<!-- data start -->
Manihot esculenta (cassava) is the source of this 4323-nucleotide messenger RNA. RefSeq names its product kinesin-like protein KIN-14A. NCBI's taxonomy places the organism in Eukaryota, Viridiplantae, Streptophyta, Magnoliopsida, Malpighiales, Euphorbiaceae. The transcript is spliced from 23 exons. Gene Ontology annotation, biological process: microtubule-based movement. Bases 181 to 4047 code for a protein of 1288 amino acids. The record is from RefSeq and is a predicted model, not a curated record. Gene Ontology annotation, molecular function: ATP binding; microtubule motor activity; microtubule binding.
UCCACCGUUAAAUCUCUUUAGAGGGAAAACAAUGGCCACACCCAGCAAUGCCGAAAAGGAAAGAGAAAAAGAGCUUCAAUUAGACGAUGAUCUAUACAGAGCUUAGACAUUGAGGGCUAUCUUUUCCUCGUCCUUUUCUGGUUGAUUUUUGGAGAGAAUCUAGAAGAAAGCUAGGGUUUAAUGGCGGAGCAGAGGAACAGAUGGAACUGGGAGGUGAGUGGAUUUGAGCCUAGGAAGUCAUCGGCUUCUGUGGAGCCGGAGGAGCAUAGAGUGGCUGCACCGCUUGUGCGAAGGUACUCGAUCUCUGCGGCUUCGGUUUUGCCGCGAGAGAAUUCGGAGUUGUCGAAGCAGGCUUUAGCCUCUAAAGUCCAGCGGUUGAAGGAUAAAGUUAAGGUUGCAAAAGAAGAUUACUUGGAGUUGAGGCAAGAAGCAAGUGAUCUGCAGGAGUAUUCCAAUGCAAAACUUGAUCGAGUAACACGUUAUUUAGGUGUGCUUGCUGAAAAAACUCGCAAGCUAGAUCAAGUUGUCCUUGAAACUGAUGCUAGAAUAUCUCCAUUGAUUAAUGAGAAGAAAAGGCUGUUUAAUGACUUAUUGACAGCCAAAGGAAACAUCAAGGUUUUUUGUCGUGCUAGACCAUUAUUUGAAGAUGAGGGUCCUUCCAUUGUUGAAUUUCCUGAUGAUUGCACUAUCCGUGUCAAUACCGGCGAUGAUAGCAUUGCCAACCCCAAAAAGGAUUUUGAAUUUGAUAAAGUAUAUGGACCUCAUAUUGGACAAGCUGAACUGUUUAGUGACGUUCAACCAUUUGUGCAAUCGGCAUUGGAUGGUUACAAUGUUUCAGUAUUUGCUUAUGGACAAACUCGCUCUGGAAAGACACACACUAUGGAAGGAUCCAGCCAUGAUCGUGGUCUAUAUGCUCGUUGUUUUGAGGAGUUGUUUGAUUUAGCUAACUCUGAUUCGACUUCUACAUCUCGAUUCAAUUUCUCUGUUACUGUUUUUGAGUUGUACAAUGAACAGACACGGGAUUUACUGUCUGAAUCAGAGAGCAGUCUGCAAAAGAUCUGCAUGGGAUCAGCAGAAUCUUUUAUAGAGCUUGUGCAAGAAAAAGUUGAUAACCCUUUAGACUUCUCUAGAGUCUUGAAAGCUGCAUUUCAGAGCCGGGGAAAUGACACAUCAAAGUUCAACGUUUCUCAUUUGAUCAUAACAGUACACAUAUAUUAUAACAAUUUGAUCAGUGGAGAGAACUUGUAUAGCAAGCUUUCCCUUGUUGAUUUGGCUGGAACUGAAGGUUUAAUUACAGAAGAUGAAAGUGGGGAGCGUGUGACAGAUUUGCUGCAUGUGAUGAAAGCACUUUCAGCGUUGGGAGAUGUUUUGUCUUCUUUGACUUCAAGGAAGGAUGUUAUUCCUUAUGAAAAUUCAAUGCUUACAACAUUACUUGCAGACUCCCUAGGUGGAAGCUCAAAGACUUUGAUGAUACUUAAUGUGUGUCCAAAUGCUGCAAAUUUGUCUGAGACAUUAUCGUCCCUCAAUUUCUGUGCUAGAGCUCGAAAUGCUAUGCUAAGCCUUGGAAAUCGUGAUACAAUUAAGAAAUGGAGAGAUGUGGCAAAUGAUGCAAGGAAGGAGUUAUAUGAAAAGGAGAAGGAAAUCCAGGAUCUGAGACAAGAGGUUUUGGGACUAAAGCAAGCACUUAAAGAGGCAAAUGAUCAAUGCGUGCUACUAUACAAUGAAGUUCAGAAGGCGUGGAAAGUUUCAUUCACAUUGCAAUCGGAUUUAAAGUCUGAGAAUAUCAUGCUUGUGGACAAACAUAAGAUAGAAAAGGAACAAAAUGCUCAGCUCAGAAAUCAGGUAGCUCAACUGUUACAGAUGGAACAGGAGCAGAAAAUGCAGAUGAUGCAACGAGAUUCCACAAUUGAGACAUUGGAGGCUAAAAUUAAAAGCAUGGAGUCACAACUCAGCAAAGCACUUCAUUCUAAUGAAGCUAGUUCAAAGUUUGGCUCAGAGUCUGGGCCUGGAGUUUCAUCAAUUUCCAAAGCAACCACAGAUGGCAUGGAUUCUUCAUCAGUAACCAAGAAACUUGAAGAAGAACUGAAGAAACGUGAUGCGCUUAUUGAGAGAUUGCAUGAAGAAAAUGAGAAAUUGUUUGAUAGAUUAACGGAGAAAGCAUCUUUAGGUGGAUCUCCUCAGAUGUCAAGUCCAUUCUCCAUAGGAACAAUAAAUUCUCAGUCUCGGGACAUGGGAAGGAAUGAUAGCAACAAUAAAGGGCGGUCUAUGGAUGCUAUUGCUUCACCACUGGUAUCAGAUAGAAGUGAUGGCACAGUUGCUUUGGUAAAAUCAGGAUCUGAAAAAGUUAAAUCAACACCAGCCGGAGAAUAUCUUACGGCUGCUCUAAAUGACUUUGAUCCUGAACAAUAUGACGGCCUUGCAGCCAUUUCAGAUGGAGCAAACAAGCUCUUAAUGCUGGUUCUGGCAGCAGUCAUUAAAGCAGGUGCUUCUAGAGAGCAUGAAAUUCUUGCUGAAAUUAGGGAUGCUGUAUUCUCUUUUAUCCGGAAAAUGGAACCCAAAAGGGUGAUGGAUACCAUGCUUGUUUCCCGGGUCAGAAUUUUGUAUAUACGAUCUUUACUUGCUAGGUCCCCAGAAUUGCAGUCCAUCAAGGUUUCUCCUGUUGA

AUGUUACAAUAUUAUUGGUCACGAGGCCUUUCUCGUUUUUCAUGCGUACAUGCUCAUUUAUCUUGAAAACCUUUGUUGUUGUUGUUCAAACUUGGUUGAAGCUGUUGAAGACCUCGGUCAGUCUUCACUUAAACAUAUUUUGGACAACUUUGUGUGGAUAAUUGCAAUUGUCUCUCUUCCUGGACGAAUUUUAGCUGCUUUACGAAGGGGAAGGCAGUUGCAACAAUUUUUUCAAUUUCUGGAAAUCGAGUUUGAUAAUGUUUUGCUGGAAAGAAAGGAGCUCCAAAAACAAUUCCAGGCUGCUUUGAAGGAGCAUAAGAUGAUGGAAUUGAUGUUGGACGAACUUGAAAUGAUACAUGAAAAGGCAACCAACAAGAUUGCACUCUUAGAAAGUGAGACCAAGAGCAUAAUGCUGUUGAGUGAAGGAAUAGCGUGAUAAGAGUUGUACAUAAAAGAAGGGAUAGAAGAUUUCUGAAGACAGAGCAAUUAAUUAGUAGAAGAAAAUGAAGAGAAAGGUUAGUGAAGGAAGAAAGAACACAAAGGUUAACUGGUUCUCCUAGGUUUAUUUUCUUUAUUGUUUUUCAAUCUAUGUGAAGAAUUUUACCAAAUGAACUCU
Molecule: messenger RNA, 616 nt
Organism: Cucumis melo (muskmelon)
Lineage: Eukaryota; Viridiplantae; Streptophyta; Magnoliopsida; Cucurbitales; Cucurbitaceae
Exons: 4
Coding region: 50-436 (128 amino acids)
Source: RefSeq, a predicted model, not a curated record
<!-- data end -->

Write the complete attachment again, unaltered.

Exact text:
Manihot esculenta (cassava) is the source of this 4323-nucleotide messenger RNA. RefSeq names its product kinesin-like protein KIN-14A. NCBI's taxonomy places the organism in Eukaryota, Viridiplantae, Streptophyta, Magnoliopsida, Malpighiales, Euphorbiaceae. The transcript is spliced from 23 exons. Gene Ontology annotation, biological process: microtubule-based movement. Bases 181 to 4047 code for a protein of 1288 amino acids. The record is from RefSeq and is a predicted model, not a curated record. Gene Ontology annotation, molecular function: ATP binding; microtubule motor activity; microtubule binding.
UCCACCGUUAAAUCUCUUUAGAGGGAAAACAAUGGCCACACCCAGCAAUGCCGAAAAGGAAAGAGAAAAAGAGCUUCAAUUAGACGAUGAUCUAUACAGAGCUUAGACAUUGAGGGCUAUCUUUUCCUCGUCCUUUUCUGGUUGAUUUUUGGAGAGAAUCUAGAAGAAAGCUAGGGUUUAAUGGCGGAGCAGAGGAACAGAUGGAACUGGGAGGUGAGUGGAUUUGAGCCUAGGAAGUCAUCGGCUUCUGUGGAGCCGGAGGAGCAUAGAGUGGCUGCACCGCUUGUGCGAAGGUACUCGAUCUCUGCGGCUUCGGUUUUGCCGCGAGAGAAUUCGGAGUUGUCGAAGCAGGCUUUAGCCUCUAAAGUCCAGCGGUUGAAGGAUAAAGUUAAGGUUGCAAAAGAAGAUUACUUGGAGUUGAGGCAAGAAGCAAGUGAUCUGCAGGAGUAUUCCAAUGCAAAACUUGAUCGAGUAACACGUUAUUUAGGUGUGCUUGCUGAAAAAACUCGCAAGCUAGAUCAAGUUGUCCUUGAAACUGAUGCUAGAAUAUCUCCAUUGAUUAAUGAGAAGAAAAGGCUGUUUAAUGACUUAUUGACAGCCAAAGGAAACAUCAAGGUUUUUUGUCGUGCUAGACCAUUAUUUGAAGAUGAGGGUCCUUCCAUUGUUGAAUUUCCUGAUGAUUGCACUAUCCGUGUCAAUACCGGCGAUGAUAGCAUUGCCAACCCCAAAAAGGAUUUUGAAUUUGAUAAAGUAUAUGGACCUCAUAUUGGACAAGCUGAACUGUUUAGUGACGUUCAACCAUUUGUGCAAUCGGCAUUGGAUGGUUACAAUGUUUCAGUAUUUGCUUAUGGACAAACUCGCUCUGGAAAGACACACACUAUGGAAGGAUCCAGCCAUGAUCGUGGUCUAUAUGCUCGUUGUUUUGAGGAGUUGUUUGAUUUAGCUAACUCUGAUUCGACUUCUACAUCUCGAUUCAAUUUCUCUGUUACUGUUUUUGAGUUGUACAAUGAACAGACACGGGAUUUACUGUCUGAAUCAGAGAGCAGUCUGCAAAAGAUCUGCAUGGGAUCAGCAGAAUCUUUUAUAGAGCUUGUGCAAGAAAAAGUUGAUAACCCUUUAGACUUCUCUAGAGUCUUGAAAGCUGCAUUUCAGAGCCGGGGAAAUGACACAUCAAAGUUCAACGUUUCUCAUUUGAUCAUAACAGUACACAUAUAUUAUAACAAUUUGAUCAGUGGAGAGAACUUGUAUAGCAAGCUUUCCCUUGUUGAUUUGGCUGGAACUGAAGGUUUAAUUACAGAAGAUGAAAGUGGGGAGCGUGUGACAGAUUUGCUGCAUGUGAUGAAAGCACUUUCAGCGUUGGGAGAUGUUUUGUCUUCUUUGACUUCAAGGAAGGAUGUUAUUCCUUAUGAAAAUUCAAUGCUUACAACAUUACUUGCAGACUCCCUAGGUGGAAGCUCAAAGACUUUGAUGAUACUUAAUGUGUGUCCAAAUGCUGCAAAUUUGUCUGAGACAUUAUCGUCCCUCAAUUUCUGUGCUAGAGCUCGAAAUGCUAUGCUAAGCCUUGGAAAUCGUGAUACAAUUAAGAAAUGGAGAGAUGUGGCAAAUGAUGCAAGGAAGGAGUUAUAUGAAAAGGAGAAGGAAAUCCAGGAUCUGAGACAAGAGGUUUUGGGACUAAAGCAAGCACUUAAAGAGGCAAAUGAUCAAUGCGUGCUACUAUACAAUGAAGUUCAGAAGGCGUGGAAAGUUUCAUUCACAUUGCAAUCGGAUUUAAAGUCUGAGAAUAUCAUGCUUGUGGACAAACAUAAGAUAGAAAAGGAACAAAAUGCUCAGCUCAGAAAUCAGGUAGCUCAACUGUUACAGAUGGAACAGGAGCAGAAAAUGCAGAUGAUGCAACGAGAUUCCACAAUUGAGACAUUGGAGGCUAAAAUUAAAAGCAUGGAGUCACAACUCAGCAAAGCACUUCAUUCUAAUGAAGCUAGUUCAAAGUUUGGCUCAGAGUCUGGGCCUGGAGUUUCAUCAAUUUCCAAAGCAACCACAGAUGGCAUGGAUUCUUCAUCAGUAACCAAGAAACUUGAAGAAGAACUGAAGAAACGUGAUGCGCUUAUUGAGAGAUUGCAUGAAGAAAAUGAGAAAUUGUUUGAUAGAUUAACGGAGAAAGCAUCUUUAGGUGGAUCUCCUCAGAUGUCAAGUCCAUUCUCCAUAGGAACAAUAAAUUCUCAGUCUCGGGACAUGGGAAGGAAUGAUAGCAACAAUAAAGGGCGGUCUAUGGAUGCUAUUGCUUCACCACUGGUAUCAGAUAGAAGUGAUGGCACAGUUGCUUUGGUAAAAUCAGGAUCUGAAAAAGUUAAAUCAACACCAGCCGGAGAAUAUCUUACGGCUGCUCUAAAUGACUUUGAUCCUGAACAAUAUGACGGCCUUGCAGCCAUUUCAGAUGGAGCAAACAAGCUCUUAAUGCUGGUUCUGGCAGCAGUCAUUAAAGCAGGUGCUUCUAGAGAGCAUGAAAUUCUUGCUGAAAUUAGGGAUGCUGUAUUCUCUUUUAUCCGGAAAAUGGAACCCAAAAGGGUGAUGGAUACCAUGCUUGUUUCCCGGGUCAGAAUUUUGUAUAUACGAUCUUUACUUGCUAGGUCCCCAGAAUUGCAGUCCAUCAAGGUUUCUCCUGUUGA

AUGUUACAAUAUUAUUGGUCACGAGGCCUUUCUCGUUUUUCAUGCGUACAUGCUCAUUUAUCUUGAAAACCUUUGUUGUUGUUGUUCAAACUUGGUUGAAGCUGUUGAAGACCUCGGUCAGUCUUCACUUAAACAUAUUUUGGACAACUUUGUGUGGAUAAUUGCAAUUGUCUCUCUUCCUGGACGAAUUUUAGCUGCUUUACGAAGGGGAAGGCAGUUGCAACAAUUUUUUCAAUUUCUGGAAAUCGAGUUUGAUAAUGUUUUGCUGGAAAGAAAGGAGCUCCAAAAACAAUUCCAGGCUGCUUUGAAGGAGCAUAAGAUGAUGGAAUUGAUGUUGGACGAACUUGAAAUGAUACAUGAAAAGGCAACCAACAAGAUUGCACUCUUAGAAAGUGAGACCAAGAGCAUAAUGCUGUUGAGUGAAGGAAUAGCGUGAUAAGAGUUGUACAUAAAAGAAGGGAUAGAAGAUUUCUGAAGACAGAGCAAUUAAUUAGUAGAAGAAAAUGAAGAGAAAGGUUAGUGAAGGAAGAAAGAACACAAAGGUUAACUGGUUCUCCUAGGUUUAUUUUCUUUAUUGUUUUUCAAUCUAUGUGAAGAAUUUUACCAAAUGAACUCU
Molecule: messenger RNA, 616 nt
Organism: Cucumis melo (muskmelon)
Lineage: Eukaryota; Viridiplantae; Streptophyta; Magnoliopsida; Cucurbitales; Cucurbitaceae
Exons: 4
Coding region: 50-436 (128 amino acids)
Source: RefSeq, a predicted model, not a curated record